Most Americans faced with record gas prices cringe when filling up.
But not the people of New Jersey and Oregon. They are not allowed to touch the gas nozzle. Seriously.
In New Jersey, it has been illegal for drivers to pump their own gasoline since 1949. A ban on self-serve gasoline has been in place in Oregon since 1951, although the state has eased restrictions for rural towns a few years ago. Violators can be fined up to $500 for violating the laws of these states.
So why don’t New Jersey and Oregon allow you to pump your own gasoline? And what happened back when gas station attendants filled your tanks in the rest of the country?
It’s a strange and complex story that goes back more than a century.
The United States has experimented with self-serve gas since the first stations were built in the early 1900s. Yet it was not until around 1980 that self-serve became the main gas station model in this country. .
“Their rise to the top has not been smooth,” write Ronald Johnson and Charles Romeo in a 2000 study of the growth of self-service.
The first self-service gas pumps in the United States appeared around 1915. They were designed primarily for emergencies or for use at night when gas stations were closed. People paid in advance with coins to operate them.
Full-service gas stations are adamantly opposed to self-service. They viewed cheaper self-serve gas as a competitive threat to their business and wanted to limit its spread.
Fuel sales have slim profit margins. Service stations made their money and distinguished their brands by offering a variety of services such as oil and battery checks, windshield wipes, and vehicle repairs. Full-uniformed station attendants – some wearing bow ties – filled customers’ tanks, a key part of their wider service strategy to attract drivers in the first half of the 20th century.
Full-service petrol stations have highlighted the safety risks around self-service, arguing that untrained drivers will overfill their tanks and start a fire. With the support of local firefighters, gas stations lobbied state lawmakers to ban self-serve. In 1968, self-service was banned in 23 states.
It wasn’t until the success of self-service internationally and a major shift in the gas station business model that self-service began to replace attendants in the United States.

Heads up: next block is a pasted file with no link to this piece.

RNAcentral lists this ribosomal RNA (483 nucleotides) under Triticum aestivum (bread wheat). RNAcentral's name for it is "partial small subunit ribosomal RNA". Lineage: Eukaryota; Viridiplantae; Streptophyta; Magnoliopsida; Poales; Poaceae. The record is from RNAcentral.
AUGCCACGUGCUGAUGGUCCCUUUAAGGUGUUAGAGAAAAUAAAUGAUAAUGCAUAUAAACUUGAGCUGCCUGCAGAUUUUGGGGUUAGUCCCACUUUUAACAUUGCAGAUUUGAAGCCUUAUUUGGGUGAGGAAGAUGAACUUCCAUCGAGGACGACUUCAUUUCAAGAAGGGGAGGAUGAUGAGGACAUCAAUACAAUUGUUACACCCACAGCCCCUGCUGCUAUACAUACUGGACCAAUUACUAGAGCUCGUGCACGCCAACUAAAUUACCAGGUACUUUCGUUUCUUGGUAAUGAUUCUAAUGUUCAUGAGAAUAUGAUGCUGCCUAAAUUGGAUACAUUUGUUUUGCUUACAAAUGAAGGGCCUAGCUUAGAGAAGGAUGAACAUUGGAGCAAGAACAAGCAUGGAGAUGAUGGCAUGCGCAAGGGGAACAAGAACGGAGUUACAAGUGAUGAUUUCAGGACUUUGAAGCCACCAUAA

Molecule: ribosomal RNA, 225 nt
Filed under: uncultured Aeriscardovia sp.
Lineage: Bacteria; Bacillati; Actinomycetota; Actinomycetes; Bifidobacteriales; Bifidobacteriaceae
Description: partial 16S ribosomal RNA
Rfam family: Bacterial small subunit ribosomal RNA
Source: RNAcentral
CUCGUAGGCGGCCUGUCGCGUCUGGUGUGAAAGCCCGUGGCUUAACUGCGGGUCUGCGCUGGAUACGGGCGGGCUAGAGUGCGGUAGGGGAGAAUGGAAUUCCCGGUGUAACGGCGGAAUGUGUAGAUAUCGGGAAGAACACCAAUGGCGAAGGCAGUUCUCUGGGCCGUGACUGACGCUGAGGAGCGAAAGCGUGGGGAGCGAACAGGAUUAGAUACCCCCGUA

“Modern self-service gas stations were pioneered in Sweden,” said Matt Anderson, curator of transportation at the Henry Ford Museum in Michigan. “There, the drivers paid less for self-service than for full service. From there, the concept spread across Europe.
At the same time, vehicle warranties began to stipulate that cars must be serviced at dealerships, a change that eroded the service and repair business of gas stations.
“Traditional full-service gas stations lost their profit center in auto repairs and were forced to change the way they operated,” said Wayne Henderson, the author of the book 100 Years of Gas Stations.
Service stations had to look for new ways to increase their profits. They moved to self-service, which lowered their costs and increased gasoline sales volumes, and they branched out into selling food, tobacco, coffee, snacks, and other markup items. higher.
Self-service “ended up being more popular because it could create high volumes and opportunities for other profits,” said Gary Scales, a doctoral student at Temple University, writing a thesis on the history of gas stations. service.
Gas station operators have begun pushing states to repeal their self-serve bans. In 1992, around 80% of all gas stations in the country were self-service, up from just 8% two decades earlier.
Despite frequent legislative attempts, legal challenges, and opposition from the gas station industry, New Jersey and much of Oregon still do not allow self-service.
Oregon law says it is in the public interest to maintain the ban. According to the law, allowing self-service would increase the risk of fires, create challenges for the elderly and disabled drivers and lead to job losses at gas stations.
In 1982, Oregon voters rejected a ballot measure to overturn the ban, but more recent polls show attitudes in the state are divided. A 2014 poll found that Oregon residents were almost evenly split on the issue, with 44% supporting the move to self-service and 46% favoring keeping the ban.
Oregon relaxed its ban in 2018, allowing self-service for drivers in rural counties with fewer than 40,000 residents.
In New Jersey, banning self-serve, as well as the state’s reputation for low gas prices, is part of its culture. “Jersey girls don’t pump gas,” proclaims a popular bumper sticker.
Trying to overturn the ban was seen as a political loser.
“On self-serve gas, it’s been kind of third rail politics in New Jersey,” Gov. Phil Murphy said in April.
But record gasoline prices and gas stations’ struggles to find workers have led to renewed attempts by New Jersey gas station industry advocates to lift the ban. In May, 75 gas stations across the state lowered their prices in an effort to gain support to allow self-serve gas.
However, the state is unlikely to allow drivers to pump their own gasoline anytime soon. The president of the state senate opposes a bill that would end New Jersey’s ban.
Residents of the state have little interest in self-service. A March poll found that 73% of them say they prefer to have their gas pumped for them.
“There’s apparently one thing all New Jerseyans can agree on these days,” said Ashley Koning, director of the Eagleton Center for Public Interest Polling at Rutgers University in New Brunswick, during the publication of the survey. “And it’s Jersey’s centuries-old tradition to have your gas pumped for you.”